STORM CHASE STATUS: ACTIVE
TARGET: Central and southwest Georgia and southeast Alabama. Macon, GA to Columbus GA to Troy, AL to Panama City, FL to Valdosta, GA to Macon, GA.
TIME: Depart Atlanta at 11:30am EST. Arrive in target by 1pm. Actively storm chasing until approx. 9pm.
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DISCUSSION: A warm front stretches west to east across central Georgia this morning. This front should remain in this general area through the afternoon and will provide a corridor of increased low level helicity that could be a breeding ground for a few tornadoes. I don’t think we will want to stray too far south of that warm front today. Dewpoints in the mid 60s have moved into south-central Alabama this morning, and will continue to spread across southeast AL and into portions of southwest GA and the western FL panhandle this afternoon. All models indicate a broken line of supercells developing along and ahead of an advancing cold front from central GA into south-central AL after about 3pm today. These storms will have the potential to produce large hail and damaging winds, and in that corridor of higher helicity near the warm front there will be a threat for isolated tornadoes. There is a CAPE and EHI max that has been showing up now on a few runs of the NAM so I believe what we will do is head southwest from ATL on I-85 and establish a base of storm chase operations in Columbus for a while and then adjust locations from there.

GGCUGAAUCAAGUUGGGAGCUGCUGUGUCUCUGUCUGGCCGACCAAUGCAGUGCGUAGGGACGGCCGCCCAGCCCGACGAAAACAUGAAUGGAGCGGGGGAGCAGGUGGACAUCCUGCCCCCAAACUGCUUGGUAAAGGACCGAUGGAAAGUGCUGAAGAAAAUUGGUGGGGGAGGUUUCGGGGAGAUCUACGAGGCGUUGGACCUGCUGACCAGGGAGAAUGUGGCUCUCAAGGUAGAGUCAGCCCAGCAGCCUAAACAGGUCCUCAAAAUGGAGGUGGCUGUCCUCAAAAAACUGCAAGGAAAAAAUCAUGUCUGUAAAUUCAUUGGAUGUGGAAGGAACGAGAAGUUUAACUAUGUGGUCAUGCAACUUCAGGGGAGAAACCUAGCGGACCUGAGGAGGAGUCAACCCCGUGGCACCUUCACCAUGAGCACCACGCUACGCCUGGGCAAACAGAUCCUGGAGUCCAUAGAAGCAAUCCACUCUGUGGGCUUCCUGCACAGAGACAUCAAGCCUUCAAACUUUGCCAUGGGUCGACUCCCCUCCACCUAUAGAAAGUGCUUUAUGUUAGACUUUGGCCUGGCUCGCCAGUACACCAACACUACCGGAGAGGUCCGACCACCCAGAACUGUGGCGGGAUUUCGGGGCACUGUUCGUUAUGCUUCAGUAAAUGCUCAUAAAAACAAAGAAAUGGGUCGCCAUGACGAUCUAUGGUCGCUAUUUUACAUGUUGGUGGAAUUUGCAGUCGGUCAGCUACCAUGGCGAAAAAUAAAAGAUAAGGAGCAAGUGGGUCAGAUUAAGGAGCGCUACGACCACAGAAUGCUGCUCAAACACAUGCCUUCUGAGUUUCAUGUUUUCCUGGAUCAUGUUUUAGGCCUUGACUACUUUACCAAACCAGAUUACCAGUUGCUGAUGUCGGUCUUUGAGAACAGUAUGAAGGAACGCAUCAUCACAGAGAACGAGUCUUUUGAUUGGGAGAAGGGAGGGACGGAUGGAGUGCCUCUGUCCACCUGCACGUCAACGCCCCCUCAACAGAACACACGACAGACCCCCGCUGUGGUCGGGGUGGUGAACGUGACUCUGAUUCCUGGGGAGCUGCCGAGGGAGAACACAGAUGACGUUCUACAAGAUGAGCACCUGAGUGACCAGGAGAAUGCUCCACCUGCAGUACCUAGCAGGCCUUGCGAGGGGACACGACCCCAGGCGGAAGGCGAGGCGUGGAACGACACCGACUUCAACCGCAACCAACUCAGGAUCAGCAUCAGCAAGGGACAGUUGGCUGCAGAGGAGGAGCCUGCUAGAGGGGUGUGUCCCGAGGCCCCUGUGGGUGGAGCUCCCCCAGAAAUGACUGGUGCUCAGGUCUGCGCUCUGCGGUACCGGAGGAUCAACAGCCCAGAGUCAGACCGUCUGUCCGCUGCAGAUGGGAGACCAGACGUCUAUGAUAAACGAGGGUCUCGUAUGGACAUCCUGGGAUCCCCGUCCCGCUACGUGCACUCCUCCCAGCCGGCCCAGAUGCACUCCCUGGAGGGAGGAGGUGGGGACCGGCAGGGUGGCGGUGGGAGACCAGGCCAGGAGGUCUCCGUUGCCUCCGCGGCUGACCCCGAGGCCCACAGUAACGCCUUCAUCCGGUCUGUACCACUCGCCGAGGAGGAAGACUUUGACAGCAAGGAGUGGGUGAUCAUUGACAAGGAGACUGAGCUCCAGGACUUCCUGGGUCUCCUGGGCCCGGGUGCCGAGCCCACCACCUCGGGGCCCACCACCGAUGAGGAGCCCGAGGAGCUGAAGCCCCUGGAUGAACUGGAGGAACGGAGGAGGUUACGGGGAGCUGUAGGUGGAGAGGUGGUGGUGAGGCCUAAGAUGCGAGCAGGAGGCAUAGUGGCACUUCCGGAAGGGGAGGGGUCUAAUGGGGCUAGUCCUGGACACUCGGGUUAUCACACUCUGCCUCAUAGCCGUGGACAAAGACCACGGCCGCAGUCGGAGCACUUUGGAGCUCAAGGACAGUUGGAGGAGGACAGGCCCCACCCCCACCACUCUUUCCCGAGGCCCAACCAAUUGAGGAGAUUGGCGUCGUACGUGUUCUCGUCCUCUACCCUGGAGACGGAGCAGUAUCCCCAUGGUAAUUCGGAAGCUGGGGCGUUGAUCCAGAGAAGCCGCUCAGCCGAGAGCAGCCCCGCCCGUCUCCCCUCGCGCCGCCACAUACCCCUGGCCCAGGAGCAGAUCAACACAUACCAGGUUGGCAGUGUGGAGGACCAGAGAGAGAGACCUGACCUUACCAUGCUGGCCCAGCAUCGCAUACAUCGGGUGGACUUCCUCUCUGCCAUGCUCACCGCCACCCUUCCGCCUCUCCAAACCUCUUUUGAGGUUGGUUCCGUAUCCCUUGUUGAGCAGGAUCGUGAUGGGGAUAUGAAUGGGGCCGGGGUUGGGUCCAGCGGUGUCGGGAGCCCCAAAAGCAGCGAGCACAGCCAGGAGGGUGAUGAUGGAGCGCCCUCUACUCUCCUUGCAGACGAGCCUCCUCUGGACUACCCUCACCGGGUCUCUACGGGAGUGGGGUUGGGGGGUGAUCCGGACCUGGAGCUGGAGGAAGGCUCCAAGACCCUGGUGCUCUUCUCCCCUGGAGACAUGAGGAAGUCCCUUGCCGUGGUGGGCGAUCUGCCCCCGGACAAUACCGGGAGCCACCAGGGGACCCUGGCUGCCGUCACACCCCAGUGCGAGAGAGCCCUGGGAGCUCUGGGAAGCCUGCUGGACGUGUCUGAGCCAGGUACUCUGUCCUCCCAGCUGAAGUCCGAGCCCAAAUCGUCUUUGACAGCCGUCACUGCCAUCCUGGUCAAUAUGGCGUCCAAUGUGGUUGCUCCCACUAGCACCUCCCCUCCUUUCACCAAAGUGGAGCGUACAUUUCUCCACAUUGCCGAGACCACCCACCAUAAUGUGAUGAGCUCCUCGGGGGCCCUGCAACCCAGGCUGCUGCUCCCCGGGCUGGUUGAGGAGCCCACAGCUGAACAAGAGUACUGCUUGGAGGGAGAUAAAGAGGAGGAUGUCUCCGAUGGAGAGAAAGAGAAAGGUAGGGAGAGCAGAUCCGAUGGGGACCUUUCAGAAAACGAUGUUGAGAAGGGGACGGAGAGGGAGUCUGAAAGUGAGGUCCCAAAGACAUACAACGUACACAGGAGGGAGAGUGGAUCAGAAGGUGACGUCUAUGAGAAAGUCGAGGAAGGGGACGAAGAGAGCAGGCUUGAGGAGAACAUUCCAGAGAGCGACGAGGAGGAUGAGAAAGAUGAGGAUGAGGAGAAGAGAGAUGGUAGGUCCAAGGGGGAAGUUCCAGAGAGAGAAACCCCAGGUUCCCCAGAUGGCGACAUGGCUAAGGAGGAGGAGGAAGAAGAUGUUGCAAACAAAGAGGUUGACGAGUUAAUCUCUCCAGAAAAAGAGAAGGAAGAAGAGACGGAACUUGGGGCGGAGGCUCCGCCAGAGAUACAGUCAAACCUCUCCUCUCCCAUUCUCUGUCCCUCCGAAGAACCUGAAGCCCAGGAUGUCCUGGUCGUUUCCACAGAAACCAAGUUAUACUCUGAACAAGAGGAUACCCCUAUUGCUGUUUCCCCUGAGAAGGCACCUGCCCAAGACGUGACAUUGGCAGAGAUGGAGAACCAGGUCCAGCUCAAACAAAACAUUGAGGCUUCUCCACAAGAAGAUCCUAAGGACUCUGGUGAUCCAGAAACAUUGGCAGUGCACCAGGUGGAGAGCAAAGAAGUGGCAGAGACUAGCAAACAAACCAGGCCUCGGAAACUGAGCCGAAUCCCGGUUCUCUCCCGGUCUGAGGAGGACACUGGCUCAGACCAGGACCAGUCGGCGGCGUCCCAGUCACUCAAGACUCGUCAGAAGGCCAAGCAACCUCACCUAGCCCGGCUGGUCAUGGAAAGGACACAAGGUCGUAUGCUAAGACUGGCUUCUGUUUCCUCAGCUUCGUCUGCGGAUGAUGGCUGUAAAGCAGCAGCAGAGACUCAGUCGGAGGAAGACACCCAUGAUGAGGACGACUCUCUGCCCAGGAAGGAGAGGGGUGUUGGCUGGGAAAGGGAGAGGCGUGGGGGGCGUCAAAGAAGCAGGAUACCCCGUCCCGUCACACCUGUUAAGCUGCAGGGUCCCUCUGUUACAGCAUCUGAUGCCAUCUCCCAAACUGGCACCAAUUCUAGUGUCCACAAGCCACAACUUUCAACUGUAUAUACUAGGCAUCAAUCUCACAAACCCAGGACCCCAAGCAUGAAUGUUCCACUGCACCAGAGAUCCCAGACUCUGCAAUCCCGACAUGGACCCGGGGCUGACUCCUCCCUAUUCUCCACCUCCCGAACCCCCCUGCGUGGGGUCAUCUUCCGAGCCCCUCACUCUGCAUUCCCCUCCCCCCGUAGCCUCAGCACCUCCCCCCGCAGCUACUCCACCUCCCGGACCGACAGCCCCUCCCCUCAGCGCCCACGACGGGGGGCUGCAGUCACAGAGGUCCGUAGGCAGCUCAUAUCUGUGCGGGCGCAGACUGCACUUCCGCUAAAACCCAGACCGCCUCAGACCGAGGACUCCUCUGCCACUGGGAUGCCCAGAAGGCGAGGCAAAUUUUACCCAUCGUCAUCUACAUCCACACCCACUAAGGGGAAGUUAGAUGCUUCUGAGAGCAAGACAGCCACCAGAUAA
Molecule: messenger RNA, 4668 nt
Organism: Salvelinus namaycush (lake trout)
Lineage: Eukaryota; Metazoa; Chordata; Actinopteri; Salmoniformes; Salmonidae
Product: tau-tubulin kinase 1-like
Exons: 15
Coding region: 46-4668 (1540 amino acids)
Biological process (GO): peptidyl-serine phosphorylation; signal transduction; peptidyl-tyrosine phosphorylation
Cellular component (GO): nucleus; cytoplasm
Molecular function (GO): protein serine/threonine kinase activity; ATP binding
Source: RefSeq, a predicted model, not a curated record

WINTER STORM DISCUSSION: Forecast models remain consistent in showing an upper level low snow event across parts of the Southeast starting later today in the Mid-South and spreading south and eastward across Dixie tonight through Sunday. This is a very dynamic system with good moisture associated with it, and the potential certainly exists for some heavy snow. The last couple of runs of the NAM have taken the upper low on more of a southerly route over what it was showing this time yesterday, although the 06z NAM shifted north again. If this track comes to fruition then a swath of significant snow (3+ inches) will extend from Memphis, TN to Birmingham, AL Atlanta, GA to Greenville, SC and northeast from there. It is very difficult to pin down the exact location of the heavy snow in these upper level low snow events this time of year, so who is to say that the area I outlined above will ultimately verify, but we are gaining more and more of a consensus among the models that this track of significant snow is becoming more likely. In my opinion, there is still the potential for this system to produce some “jackpot snows” on the order of 5 to 10 inches, but it remains impossible to pin down the location for that. I want to strongly caution that certainly nothing is set in stone with this system as of yet. There is still a rather sizeable potential that it will end up being far less of a big deal than a lot are anticipating. Keep in mind that snow outside of the state of North Carolina and the mountains of Tennessee, has been basically non-existent this winter. La Nina winters simply do not breed big snows outside of those areas. Also, the forecast models have been less than stellar in their performance this winter. Honestly, we are not going to feel real confident about any snow forecast with this thing until it is actually happening. So, watch the system closely, but don’t be quick to jump onto any snow or non-snow bandwagons until the wagon is actually passing through your area.
If this system produces significant snow near Atlanta, GA on Sunday then I will be broadcasting it live on the internet. I’ll have details about this live broadcast in my Sunday morning blog.